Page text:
Bandit country: Funding to preserve historical south Armagh land
- 23 August 2014
- From the section Northern Ireland
Almost a million pounds of lottery money is being given to preserve and protect a part of south Armagh that was once known as 'bandit country'.
The title was given during the Troubles in Northern Ireland to an area which had the reputation of being an IRA stronghold.
That made it a place to watch for the security forces.
On many hills, the British army built watchtowers that once dominated the landscape, and working as a soldier in this spectacular scenery was a dangerous job for many years.
Andrew Rawding is a Church of Ireland minister, but in the early 1990s he was a soldier posted in south Armagh.
He joined me to climb a hill where one of the army bases once stood.
From the top you can see the main Belfast to Dublin railway line, where his friend and colleague was murdered in an IRA bombing.
"We are in a stunning area, a really stunning part of the world - and yet some terrible things have taken place here, done by all sides," he said.
"It was 1 May 1992 that Andrew Grundy was killed and it's only in the last couple of months I have been to his grave.
"(Being) back here, I have a slight pain under my diaphragm.
"I am reminded of the impact of what went on here on myself, the soldiers who were under my command and on their families."
'Untouched natural beauty'
The images of that time contrast sharply with the calm and quiet of this countryside.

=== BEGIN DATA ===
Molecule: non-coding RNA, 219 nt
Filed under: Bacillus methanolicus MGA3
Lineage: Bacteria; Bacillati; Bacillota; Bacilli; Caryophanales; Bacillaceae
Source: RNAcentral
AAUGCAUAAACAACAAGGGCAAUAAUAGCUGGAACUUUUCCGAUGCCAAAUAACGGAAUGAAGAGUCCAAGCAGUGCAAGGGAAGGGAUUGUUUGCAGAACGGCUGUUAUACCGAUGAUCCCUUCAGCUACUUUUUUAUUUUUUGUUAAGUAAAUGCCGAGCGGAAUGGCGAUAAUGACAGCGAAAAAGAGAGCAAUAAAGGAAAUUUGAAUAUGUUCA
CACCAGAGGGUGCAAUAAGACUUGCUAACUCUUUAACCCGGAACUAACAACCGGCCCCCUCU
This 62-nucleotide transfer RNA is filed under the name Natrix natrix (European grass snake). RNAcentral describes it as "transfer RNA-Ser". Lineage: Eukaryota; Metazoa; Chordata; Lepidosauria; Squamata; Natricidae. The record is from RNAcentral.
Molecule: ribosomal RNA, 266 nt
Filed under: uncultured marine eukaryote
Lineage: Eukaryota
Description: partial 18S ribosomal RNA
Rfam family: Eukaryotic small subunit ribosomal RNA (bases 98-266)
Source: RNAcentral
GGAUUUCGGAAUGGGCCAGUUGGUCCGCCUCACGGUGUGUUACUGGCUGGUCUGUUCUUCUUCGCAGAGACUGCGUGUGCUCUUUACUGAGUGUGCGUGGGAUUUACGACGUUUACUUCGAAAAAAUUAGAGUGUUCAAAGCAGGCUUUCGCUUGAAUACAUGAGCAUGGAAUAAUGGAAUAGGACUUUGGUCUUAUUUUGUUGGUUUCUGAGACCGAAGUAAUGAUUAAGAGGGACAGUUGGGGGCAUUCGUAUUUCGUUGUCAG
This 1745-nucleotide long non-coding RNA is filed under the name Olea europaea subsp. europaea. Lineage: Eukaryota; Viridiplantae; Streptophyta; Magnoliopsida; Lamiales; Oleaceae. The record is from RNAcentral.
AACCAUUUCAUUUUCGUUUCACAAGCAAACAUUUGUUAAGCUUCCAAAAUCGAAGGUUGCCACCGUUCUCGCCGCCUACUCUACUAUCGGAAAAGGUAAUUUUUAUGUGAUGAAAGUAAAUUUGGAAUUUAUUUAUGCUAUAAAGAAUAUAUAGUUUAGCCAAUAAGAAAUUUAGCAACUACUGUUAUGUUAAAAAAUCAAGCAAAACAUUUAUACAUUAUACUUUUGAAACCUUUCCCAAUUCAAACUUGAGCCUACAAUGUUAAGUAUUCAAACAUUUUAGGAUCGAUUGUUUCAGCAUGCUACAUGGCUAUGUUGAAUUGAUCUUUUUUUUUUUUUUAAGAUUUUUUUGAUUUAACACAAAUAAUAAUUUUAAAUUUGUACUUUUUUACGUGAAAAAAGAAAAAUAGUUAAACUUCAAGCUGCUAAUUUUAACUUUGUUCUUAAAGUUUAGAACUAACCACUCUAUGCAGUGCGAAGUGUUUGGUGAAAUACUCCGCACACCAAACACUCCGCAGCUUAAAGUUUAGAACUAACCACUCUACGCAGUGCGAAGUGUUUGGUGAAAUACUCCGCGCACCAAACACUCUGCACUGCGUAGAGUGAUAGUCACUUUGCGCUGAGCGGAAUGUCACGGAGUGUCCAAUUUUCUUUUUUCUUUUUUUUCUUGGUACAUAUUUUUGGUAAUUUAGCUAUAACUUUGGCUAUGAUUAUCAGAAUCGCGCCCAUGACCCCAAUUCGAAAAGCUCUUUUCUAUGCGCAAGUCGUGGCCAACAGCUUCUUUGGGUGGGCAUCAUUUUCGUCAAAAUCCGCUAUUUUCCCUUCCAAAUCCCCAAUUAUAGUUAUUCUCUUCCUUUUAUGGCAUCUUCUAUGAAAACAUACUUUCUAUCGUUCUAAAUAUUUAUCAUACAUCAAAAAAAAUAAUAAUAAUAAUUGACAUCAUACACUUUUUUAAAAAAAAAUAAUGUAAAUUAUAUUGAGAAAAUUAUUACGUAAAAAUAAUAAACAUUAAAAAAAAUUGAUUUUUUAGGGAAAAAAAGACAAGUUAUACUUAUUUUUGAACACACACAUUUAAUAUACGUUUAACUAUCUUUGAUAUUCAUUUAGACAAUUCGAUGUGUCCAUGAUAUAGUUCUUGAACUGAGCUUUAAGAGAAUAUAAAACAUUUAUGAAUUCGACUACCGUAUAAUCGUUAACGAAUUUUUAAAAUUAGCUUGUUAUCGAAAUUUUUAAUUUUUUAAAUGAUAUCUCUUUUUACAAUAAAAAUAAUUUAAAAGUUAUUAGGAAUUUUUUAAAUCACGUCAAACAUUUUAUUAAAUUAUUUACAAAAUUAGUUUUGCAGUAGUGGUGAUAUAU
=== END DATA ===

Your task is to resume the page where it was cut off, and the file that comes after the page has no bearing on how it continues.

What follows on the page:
It is almost a decade since the military installations were demolished and now there is an attempt to open up this land to everyone.
The Heritage Lottery Fund has awarded a total of £980,000 for a variety of conservation projects around the Ring of Gullion.
Some of the money will be used to create trails that will allow people to walk in areas that were never accessible before.
In a number of cases, it is only a matter of years since mines and barbed wire deliberately kept the public away for security reasons.
Des Murphy of the Ring of Gullion landscape partnership scheme, said the land was "untouched natural beauty".
He said: "To tag it with bandit country just sours the whole taste of trying to get tourists here.
"This is where the roots of Ireland began - in the Ring of Gullion area."
Myths and legends
Certainly, it is an area with links to centuries of mythology, long before it became associated with notoriety.
There are hundreds of stories that have been shared down countless generations of families in this part of Armagh.
Darren Rice, who worked on the bid for lottery funding, said: "We have links to (the legendary giant) Finn McCool on this mountain, and King Conor of Ulster has connections to this area.
"The place is just bursting with myths and legends."
Fact and folklore often meld together in the stories told here, but the historic nature of sites across this county is undeniable.
Ruins of churches, castles and tombs can all be found around the famous Slieve Gullion mountain.
In the graveyard at Killevy Old Churches, I met Marie Moonen who was visiting the island of Ireland with her husband John.
"We're from Vancouver in Canada which is only around 100 years old," she said.
Others come searching, not to find the past of this island, but for the roots of their families.
Cash from the lottery funding will also be used to train people so they can pass on details of the historical and archaeological significance of these places.
Mr Rice said: "They are blown away when you tell them the dates.
"What the foreign tourists love is the names on all the graves. It's all about genealogy and tracing their roots back here."
New maps are being produced to mark out walks and spots of specific interest, like Moyry Castle and megalithic tombs.
Slieve Gullion was immortalised in story and song as Northern Ireland's mountain of mystery.
After years of staying away, people are now being encouraged to seek out its secrets.